A researcher has hailed the “spectacular progress” made by a Castlebar-based children’s project and said its work was a model for other countries to follow. “What’s going on here in Mayo is of international significance,” said Professor Howard Stevenson of the University of Lincoln. He was speaking at the open day of MCI, an organisation for young people living with domestic abuse and family conflict in Ireland.
His comments were echoed by Emily Logan, the Ombudsman for Children, who told those involved in the venture: “Have big dreams, and I’m sure you’ll achieve them,” said Ms Logan, adding that “the power of small projects” should never be underestimated, and had the capacity to change children’s lives. The Ombudsman, guest speaker at the open day, said the proposed children’s rights referendum was the country’s big chance to get the issue right. She said those behind MCI should “share your experience” with the Oireachtas committee on children.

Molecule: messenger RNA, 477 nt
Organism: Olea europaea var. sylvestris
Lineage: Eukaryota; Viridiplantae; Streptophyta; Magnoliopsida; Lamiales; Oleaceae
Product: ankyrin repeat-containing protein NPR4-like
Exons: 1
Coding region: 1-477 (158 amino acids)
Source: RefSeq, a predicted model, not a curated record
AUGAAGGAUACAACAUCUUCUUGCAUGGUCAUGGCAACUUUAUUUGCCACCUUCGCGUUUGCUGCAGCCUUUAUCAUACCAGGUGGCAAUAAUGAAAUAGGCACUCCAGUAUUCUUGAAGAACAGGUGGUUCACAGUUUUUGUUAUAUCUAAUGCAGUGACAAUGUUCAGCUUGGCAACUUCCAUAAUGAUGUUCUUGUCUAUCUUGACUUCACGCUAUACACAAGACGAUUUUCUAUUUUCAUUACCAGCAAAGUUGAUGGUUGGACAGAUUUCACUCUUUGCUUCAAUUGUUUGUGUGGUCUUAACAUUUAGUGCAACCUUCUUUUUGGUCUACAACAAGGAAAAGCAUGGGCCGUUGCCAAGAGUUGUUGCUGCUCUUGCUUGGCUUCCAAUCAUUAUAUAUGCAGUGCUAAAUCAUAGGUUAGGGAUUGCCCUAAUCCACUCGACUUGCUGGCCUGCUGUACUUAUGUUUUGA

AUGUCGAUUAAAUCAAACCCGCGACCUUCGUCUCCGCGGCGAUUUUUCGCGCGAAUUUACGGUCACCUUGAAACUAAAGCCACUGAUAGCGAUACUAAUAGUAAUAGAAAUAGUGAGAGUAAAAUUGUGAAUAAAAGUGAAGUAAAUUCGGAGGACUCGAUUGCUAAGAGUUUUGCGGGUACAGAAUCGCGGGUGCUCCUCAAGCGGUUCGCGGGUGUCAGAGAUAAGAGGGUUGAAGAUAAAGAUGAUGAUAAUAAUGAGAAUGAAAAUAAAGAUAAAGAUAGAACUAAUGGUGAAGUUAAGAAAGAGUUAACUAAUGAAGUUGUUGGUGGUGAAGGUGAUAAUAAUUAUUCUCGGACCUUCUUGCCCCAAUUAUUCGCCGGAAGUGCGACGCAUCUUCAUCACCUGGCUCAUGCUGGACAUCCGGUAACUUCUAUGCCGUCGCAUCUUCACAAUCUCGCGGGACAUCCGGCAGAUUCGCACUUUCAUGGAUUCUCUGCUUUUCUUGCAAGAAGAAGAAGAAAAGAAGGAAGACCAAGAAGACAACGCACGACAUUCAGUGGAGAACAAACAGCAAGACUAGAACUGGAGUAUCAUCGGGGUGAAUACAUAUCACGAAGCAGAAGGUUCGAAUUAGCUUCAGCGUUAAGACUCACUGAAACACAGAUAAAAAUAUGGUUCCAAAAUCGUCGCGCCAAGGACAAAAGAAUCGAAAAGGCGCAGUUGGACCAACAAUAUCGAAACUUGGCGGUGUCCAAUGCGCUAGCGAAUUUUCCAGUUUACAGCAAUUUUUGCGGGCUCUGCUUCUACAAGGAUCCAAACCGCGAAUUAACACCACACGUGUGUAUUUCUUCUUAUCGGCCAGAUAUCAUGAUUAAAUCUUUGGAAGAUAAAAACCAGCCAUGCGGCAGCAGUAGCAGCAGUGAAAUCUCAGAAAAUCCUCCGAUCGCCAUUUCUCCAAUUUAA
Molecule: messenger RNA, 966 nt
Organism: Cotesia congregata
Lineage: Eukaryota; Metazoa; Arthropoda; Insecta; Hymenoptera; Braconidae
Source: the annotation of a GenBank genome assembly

“Child protection is high on the agenda, but what’s not high on politicians’ agendas is child protection that crosses over the front door,” Ms Logan added. She said that while children were taught about “stranger danger”, the biggest danger for most came from “inside the home”.
Helen Mortimer, manager of MCI, outlined her vision of Ireland “as a country where children can live free from violence and abuse”. She noted that MCI had worked with over 500 young people in Mayo since its foundation in 2009, and its “main emphasis” was on “prevention and early intervention”.
Martin Waters of Castlebar St Vincent De Paul said he was “meeting children every week” in his work. “Things were never as difficult … and it’s going to get worse,” he warned.
Jim Power, chairman of MCI and co-ordinator of the Mayo County Childcare Committee, acted as Master of Ceremonies for the event.